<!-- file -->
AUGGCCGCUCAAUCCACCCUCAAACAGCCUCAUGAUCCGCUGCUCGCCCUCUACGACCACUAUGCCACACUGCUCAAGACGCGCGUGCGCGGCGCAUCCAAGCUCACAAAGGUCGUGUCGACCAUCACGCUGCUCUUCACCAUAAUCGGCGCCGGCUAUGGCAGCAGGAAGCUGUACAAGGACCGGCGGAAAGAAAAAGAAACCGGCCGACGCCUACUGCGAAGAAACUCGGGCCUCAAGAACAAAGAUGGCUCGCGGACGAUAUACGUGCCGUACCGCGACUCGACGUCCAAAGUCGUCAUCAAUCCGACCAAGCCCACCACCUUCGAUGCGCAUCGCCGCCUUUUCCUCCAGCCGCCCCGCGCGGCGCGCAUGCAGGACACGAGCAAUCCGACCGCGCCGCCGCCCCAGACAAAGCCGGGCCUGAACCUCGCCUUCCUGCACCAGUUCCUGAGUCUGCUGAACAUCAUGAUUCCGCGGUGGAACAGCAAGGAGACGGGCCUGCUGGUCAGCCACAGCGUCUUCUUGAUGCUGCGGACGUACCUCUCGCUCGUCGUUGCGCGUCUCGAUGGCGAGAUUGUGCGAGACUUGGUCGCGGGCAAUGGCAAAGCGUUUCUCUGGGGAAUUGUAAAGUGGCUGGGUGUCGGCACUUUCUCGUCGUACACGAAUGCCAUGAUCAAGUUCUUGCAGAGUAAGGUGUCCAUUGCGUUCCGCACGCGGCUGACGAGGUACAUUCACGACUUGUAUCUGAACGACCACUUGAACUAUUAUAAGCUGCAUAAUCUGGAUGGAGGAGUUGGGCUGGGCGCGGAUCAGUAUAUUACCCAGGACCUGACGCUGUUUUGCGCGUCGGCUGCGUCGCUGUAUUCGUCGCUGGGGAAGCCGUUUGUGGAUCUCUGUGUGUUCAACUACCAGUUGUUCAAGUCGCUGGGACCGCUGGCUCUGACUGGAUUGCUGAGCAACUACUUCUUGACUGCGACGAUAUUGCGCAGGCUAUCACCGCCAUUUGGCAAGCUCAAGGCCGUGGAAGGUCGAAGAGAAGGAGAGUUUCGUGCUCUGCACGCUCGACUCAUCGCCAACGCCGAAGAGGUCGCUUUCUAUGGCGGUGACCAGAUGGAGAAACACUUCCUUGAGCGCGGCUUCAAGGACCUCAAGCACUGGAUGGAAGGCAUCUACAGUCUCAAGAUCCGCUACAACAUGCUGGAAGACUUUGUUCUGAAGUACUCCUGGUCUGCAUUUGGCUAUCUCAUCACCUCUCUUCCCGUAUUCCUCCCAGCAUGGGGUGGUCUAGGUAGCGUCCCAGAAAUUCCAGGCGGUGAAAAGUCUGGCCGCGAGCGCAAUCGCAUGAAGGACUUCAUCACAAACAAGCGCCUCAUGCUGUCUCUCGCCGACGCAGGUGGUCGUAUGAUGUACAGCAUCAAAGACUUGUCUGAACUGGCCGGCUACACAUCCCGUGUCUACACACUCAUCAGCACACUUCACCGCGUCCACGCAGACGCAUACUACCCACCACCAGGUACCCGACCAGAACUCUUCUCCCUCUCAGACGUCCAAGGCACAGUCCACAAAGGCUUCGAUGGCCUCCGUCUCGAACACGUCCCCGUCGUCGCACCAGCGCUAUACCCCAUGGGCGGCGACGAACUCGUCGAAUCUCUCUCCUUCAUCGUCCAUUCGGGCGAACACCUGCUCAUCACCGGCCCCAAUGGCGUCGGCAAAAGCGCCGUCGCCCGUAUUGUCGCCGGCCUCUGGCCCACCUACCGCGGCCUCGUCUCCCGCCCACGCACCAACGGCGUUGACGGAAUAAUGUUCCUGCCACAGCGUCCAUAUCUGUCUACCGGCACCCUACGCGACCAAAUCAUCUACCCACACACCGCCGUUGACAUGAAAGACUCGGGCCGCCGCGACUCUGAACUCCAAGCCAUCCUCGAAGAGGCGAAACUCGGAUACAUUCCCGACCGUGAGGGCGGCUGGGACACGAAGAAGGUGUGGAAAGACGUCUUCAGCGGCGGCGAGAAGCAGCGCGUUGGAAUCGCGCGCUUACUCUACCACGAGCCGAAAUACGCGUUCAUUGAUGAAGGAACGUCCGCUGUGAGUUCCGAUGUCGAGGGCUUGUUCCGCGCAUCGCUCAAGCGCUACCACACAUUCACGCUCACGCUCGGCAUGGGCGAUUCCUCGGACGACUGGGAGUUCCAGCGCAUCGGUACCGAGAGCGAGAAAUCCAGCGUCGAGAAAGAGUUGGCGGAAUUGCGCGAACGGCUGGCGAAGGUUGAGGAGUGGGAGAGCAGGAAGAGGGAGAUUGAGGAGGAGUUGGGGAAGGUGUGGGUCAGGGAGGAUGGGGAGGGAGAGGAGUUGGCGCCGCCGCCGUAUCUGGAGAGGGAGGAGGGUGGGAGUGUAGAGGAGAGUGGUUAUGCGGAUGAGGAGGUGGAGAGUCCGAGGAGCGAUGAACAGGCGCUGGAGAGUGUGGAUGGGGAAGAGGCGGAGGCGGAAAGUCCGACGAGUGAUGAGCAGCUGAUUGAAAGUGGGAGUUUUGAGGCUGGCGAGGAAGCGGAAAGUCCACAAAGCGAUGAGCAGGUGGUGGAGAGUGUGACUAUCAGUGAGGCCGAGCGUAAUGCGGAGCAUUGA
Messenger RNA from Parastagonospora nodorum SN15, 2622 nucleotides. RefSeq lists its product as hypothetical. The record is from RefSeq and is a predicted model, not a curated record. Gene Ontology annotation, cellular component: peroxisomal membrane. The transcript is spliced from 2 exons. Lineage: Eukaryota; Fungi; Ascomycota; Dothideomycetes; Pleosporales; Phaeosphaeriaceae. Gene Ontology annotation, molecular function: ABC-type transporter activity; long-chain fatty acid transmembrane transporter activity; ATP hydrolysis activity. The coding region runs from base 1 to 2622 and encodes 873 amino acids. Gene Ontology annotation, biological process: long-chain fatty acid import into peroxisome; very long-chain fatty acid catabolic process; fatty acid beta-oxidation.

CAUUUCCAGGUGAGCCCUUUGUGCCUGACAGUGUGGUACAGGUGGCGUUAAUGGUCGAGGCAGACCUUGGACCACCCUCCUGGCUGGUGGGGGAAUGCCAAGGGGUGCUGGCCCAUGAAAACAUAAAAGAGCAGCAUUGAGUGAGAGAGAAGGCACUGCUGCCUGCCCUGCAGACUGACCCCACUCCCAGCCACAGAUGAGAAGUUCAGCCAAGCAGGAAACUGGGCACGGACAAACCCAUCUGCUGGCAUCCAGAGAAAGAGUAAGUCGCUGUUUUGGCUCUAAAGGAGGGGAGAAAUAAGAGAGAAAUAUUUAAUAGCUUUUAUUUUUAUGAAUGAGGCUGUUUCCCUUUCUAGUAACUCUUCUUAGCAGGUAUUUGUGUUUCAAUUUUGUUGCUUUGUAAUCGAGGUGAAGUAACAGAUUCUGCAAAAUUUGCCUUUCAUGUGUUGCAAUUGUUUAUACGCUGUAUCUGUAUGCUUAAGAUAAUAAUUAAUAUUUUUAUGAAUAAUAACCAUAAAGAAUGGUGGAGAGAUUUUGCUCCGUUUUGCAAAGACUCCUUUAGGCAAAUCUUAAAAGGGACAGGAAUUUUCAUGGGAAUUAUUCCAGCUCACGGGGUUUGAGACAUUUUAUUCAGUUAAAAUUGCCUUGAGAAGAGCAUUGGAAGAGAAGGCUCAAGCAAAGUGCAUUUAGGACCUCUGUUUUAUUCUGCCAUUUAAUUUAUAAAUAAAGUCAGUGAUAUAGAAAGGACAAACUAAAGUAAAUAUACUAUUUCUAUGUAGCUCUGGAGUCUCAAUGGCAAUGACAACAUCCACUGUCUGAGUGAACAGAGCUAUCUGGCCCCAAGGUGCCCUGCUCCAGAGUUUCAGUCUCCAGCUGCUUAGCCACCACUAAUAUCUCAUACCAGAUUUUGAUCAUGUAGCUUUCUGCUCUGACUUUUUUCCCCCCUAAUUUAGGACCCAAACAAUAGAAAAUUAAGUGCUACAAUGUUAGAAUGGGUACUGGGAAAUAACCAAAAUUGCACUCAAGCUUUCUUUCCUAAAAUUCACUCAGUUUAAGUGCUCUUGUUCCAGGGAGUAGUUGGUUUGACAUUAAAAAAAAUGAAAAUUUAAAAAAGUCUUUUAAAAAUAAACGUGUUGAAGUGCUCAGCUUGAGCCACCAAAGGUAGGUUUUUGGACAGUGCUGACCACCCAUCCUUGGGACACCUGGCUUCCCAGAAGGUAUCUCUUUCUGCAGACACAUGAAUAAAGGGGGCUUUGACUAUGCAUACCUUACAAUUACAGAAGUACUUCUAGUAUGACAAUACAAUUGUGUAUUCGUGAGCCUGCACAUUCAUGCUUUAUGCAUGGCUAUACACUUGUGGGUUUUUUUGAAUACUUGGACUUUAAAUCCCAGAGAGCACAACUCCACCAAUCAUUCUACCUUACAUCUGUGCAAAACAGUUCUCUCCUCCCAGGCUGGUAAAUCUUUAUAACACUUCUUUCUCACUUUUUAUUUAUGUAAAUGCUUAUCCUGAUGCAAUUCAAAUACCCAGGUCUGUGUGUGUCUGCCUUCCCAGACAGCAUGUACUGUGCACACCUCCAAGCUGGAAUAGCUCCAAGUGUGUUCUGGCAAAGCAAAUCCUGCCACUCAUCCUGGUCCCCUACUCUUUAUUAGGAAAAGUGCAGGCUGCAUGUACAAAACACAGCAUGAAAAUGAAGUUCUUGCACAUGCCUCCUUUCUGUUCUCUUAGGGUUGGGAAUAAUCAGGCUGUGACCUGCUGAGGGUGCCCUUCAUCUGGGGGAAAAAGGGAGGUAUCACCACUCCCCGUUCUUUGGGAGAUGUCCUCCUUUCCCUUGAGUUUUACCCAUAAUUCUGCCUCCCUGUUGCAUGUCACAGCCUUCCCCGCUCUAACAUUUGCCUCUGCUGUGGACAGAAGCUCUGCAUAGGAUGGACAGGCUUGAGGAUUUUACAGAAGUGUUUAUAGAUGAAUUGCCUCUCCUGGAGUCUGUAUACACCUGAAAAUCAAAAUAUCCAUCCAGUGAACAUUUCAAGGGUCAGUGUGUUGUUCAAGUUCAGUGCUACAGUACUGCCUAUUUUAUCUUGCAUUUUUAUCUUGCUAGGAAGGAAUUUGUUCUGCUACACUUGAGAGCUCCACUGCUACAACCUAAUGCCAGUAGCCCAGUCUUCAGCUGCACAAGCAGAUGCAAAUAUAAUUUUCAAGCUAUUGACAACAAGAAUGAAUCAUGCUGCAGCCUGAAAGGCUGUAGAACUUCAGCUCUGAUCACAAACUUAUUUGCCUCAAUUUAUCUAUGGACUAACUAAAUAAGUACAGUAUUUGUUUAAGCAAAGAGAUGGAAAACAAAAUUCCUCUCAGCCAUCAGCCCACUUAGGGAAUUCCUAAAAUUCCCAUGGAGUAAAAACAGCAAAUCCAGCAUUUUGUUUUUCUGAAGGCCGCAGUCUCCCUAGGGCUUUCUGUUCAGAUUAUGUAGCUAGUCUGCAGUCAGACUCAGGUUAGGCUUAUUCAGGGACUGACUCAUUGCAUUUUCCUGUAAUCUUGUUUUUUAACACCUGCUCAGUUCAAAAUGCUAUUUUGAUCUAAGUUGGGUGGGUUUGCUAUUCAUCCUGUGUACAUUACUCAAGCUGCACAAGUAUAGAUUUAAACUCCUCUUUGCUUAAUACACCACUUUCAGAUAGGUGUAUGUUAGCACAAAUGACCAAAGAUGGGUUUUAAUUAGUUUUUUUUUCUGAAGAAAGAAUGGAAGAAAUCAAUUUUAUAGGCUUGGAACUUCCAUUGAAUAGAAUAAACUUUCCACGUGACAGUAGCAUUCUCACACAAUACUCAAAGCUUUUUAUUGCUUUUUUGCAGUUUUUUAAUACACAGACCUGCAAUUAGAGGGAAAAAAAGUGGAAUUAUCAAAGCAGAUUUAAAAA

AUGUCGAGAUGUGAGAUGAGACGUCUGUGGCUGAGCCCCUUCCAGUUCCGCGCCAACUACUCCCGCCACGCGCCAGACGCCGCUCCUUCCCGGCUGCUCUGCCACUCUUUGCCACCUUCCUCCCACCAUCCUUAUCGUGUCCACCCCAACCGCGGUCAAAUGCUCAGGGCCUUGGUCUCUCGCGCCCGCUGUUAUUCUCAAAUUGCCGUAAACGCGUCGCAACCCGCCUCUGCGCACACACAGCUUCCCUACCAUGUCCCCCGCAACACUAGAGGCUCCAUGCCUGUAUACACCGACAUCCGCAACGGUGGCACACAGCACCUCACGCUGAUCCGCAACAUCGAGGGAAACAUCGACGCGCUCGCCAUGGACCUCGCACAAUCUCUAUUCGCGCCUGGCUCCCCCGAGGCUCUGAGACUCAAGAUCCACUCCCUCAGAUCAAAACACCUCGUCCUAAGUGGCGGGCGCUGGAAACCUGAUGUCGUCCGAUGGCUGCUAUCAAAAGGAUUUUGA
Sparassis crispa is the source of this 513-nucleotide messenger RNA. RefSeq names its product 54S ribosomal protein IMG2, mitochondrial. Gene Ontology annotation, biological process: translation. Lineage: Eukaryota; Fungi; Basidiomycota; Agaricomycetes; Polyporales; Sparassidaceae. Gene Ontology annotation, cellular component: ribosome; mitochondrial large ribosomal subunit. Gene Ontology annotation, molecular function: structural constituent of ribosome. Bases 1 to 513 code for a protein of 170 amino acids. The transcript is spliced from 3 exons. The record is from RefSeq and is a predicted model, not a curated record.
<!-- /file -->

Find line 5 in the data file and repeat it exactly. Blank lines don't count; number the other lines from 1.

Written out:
Sparassis crispa is the source of this 513-nucleotide messenger RNA. RefSeq names its product 54S ribosomal protein IMG2, mitochondrial. Gene Ontology annotation, biological process: translation. Lineage: Eukaryota; Fungi; Basidiomycota; Agaricomycetes; Polyporales; Sparassidaceae. Gene Ontology annotation, cellular component: ribosome; mitochondrial large ribosomal subunit. Gene Ontology annotation, molecular function: structural constituent of ribosome. Bases 1 to 513 code for a protein of 170 amino acids. The transcript is spliced from 3 exons. The record is from RefSeq and is a predicted model, not a curated record.